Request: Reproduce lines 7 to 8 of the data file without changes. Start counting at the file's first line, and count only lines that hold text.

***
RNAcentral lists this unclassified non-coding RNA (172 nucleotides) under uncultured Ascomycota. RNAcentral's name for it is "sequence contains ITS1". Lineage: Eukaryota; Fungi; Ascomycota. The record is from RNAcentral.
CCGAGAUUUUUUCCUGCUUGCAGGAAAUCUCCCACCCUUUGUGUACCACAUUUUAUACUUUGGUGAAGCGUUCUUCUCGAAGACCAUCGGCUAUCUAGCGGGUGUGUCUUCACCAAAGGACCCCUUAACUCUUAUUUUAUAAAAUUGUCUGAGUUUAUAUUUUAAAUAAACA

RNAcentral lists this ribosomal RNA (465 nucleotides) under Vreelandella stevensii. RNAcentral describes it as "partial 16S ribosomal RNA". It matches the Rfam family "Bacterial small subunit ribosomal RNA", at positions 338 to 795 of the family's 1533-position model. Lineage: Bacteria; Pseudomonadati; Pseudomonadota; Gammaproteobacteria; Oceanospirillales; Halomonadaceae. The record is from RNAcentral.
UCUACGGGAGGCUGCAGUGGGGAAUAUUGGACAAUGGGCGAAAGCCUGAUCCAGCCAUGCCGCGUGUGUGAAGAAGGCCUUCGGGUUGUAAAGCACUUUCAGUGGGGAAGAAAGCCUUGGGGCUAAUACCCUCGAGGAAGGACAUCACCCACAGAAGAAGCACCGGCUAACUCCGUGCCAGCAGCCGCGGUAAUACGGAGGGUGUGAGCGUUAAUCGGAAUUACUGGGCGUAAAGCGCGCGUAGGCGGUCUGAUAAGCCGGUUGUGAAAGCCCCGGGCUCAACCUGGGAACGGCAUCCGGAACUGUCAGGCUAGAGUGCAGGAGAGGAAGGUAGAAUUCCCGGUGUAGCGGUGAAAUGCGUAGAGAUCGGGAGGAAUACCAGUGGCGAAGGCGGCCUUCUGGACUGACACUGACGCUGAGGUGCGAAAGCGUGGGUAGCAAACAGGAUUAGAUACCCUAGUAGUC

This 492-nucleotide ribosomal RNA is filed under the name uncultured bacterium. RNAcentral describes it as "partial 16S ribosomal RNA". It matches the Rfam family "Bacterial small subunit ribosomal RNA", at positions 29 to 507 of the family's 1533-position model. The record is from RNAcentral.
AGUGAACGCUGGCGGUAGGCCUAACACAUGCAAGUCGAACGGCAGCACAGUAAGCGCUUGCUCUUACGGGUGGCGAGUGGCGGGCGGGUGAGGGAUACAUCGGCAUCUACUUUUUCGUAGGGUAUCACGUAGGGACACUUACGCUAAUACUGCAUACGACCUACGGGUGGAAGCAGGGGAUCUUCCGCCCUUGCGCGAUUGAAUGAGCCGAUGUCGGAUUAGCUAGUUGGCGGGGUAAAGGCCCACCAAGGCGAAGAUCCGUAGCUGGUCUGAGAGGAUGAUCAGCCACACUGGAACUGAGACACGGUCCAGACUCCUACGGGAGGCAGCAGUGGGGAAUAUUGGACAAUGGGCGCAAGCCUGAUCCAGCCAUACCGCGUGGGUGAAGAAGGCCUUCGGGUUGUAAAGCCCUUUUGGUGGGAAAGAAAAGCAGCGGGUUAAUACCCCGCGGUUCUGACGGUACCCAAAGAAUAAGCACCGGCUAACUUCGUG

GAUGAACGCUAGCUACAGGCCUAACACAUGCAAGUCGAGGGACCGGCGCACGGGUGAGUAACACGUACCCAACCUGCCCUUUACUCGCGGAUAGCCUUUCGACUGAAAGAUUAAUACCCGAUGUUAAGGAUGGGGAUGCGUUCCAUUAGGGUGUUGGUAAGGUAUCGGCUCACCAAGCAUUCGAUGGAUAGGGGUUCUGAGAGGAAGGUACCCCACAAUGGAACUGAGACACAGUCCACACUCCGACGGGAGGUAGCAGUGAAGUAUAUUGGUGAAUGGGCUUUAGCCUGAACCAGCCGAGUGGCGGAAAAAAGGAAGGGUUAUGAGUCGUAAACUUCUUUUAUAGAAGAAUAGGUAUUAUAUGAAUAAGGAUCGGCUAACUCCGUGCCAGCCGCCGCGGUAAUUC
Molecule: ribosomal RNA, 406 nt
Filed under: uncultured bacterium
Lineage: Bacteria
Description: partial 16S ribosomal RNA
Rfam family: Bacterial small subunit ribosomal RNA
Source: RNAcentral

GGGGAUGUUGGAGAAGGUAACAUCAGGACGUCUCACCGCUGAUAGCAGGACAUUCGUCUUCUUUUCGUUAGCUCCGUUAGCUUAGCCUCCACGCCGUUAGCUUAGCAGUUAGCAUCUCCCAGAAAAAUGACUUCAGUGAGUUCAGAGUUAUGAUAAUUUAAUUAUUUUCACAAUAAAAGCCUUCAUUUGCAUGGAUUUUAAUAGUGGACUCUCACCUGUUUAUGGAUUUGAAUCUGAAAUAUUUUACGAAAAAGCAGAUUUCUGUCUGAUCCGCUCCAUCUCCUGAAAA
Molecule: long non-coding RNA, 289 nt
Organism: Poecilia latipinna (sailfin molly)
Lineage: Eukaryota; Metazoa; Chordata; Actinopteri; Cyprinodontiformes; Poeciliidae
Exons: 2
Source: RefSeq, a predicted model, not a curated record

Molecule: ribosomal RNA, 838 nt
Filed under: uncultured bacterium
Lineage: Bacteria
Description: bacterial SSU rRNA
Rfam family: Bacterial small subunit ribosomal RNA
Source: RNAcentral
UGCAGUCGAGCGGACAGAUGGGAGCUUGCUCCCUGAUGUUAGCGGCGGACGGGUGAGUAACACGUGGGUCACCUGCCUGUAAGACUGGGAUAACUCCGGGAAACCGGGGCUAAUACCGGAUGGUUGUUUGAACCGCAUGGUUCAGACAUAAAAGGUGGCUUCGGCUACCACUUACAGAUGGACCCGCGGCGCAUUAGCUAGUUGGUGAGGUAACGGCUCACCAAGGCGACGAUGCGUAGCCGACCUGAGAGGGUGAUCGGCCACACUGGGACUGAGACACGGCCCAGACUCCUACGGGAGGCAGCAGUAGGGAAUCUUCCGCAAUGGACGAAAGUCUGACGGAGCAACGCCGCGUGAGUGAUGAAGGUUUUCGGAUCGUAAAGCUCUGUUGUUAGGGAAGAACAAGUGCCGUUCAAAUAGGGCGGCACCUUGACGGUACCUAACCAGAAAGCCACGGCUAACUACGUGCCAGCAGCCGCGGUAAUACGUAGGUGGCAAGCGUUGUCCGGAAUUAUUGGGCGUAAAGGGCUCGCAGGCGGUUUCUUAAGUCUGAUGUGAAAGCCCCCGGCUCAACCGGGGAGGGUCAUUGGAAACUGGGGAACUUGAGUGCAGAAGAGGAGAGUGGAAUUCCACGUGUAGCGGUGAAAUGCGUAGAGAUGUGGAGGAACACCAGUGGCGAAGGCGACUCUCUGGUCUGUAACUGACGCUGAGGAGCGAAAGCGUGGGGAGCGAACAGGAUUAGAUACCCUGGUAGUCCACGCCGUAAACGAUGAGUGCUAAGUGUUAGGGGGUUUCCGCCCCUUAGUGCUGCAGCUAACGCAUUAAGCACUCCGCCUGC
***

GAUGAACGCUAGCUACAGGCCUAACACAUGCAAGUCGAGGGACCGGCGCACGGGUGAGUAACACGUACCCAACCUGCCCUUUACUCGCGGAUAGCCUUUCGACUGAAAGAUUAAUACCCGAUGUUAAGGAUGGGGAUGCGUUCCAUUAGGGUGUUGGUAAGGUAUCGGCUCACCAAGCAUUCGAUGGAUAGGGGUUCUGAGAGGAAGGUACCCCACAAUGGAACUGAGACACAGUCCACACUCCGACGGGAGGUAGCAGUGAAGUAUAUUGGUGAAUGGGCUUUAGCCUGAACCAGCCGAGUGGCGGAAAAAAGGAAGGGUUAUGAGUCGUAAACUUCUUUUAUAGAAGAAUAGGUAUUAUAUGAAUAAGGAUCGGCUAACUCCGUGCCAGCCGCCGCGGUAAUUC
Molecule: ribosomal RNA, 406 nt